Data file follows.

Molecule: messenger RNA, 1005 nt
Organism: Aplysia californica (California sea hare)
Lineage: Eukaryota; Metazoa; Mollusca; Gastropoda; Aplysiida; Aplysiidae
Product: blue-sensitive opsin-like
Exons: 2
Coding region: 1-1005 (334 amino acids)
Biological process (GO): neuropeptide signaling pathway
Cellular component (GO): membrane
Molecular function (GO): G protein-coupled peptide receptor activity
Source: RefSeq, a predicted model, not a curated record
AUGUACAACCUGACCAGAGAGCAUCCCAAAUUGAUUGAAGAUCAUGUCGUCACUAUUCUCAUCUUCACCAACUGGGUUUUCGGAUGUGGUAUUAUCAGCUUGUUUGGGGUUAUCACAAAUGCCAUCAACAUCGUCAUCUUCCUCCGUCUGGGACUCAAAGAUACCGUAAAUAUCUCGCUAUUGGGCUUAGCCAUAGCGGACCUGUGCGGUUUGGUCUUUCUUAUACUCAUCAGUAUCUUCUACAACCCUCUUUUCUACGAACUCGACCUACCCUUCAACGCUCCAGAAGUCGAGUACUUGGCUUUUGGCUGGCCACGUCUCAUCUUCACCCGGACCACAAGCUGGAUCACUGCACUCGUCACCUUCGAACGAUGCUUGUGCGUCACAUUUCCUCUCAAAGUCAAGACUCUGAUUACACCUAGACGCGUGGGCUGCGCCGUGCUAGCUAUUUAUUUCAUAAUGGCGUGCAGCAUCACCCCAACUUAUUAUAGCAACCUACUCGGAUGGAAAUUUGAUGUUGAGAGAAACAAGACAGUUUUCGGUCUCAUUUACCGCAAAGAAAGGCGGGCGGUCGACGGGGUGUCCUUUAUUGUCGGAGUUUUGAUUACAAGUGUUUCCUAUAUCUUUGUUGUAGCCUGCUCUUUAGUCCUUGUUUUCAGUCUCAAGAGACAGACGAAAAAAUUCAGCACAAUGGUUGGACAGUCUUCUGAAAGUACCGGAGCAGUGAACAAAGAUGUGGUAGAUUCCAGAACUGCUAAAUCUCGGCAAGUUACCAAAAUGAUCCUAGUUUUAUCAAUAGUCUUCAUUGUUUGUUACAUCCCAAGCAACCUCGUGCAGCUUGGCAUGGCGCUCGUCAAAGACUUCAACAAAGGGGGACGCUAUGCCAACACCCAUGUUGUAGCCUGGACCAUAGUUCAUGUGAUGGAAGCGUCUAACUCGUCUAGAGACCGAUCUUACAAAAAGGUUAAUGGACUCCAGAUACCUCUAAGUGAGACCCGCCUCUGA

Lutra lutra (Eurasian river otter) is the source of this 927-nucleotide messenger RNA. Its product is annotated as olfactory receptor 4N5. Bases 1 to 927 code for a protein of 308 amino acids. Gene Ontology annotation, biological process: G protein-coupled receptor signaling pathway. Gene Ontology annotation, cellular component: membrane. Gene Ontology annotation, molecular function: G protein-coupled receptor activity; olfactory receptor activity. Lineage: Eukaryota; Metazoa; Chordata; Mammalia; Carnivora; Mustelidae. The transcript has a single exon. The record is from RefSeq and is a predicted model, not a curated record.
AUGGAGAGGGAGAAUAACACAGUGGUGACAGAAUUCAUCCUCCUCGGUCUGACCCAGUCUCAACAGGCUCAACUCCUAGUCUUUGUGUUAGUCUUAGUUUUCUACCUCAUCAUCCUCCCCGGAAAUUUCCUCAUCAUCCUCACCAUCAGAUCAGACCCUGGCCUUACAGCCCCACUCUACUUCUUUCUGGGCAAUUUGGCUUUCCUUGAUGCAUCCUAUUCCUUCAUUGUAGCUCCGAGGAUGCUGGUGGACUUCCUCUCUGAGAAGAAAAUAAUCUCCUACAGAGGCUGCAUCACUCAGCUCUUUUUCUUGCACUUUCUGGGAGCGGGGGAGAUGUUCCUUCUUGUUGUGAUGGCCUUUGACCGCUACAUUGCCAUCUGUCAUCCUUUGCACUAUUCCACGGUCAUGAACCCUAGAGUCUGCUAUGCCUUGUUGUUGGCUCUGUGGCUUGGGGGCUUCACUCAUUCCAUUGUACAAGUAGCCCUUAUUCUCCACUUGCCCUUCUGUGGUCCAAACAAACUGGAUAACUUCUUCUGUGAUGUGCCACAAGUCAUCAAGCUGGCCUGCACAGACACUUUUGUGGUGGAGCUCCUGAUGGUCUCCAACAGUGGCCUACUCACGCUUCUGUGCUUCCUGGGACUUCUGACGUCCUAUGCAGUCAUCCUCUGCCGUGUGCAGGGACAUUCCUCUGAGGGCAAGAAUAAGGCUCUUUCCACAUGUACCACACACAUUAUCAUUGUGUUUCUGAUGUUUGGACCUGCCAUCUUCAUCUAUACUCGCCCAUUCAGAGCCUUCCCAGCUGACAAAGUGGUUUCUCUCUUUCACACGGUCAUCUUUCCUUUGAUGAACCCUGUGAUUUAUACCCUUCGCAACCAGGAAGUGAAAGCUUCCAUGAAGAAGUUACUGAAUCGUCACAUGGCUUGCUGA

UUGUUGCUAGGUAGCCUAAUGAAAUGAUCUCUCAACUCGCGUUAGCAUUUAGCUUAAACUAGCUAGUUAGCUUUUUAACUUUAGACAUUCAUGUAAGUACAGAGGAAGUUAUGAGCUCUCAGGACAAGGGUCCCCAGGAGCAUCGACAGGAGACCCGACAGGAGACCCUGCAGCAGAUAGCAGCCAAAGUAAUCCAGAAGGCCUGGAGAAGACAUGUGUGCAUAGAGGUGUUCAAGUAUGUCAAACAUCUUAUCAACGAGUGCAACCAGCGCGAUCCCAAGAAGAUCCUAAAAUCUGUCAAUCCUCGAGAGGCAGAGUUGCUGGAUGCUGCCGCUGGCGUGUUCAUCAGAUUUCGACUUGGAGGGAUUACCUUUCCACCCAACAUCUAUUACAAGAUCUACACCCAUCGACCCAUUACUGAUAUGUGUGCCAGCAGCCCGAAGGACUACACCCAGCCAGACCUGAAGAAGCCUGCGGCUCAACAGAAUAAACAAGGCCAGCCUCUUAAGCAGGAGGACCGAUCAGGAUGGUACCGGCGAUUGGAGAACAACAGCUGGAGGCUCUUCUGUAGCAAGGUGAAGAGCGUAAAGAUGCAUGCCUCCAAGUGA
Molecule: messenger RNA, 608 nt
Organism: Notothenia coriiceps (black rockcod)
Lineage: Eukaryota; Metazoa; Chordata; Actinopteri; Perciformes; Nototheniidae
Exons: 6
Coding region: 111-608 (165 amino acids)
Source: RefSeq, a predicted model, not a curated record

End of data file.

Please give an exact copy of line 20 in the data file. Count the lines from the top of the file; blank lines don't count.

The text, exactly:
Source: RefSeq, a predicted model, not a curated record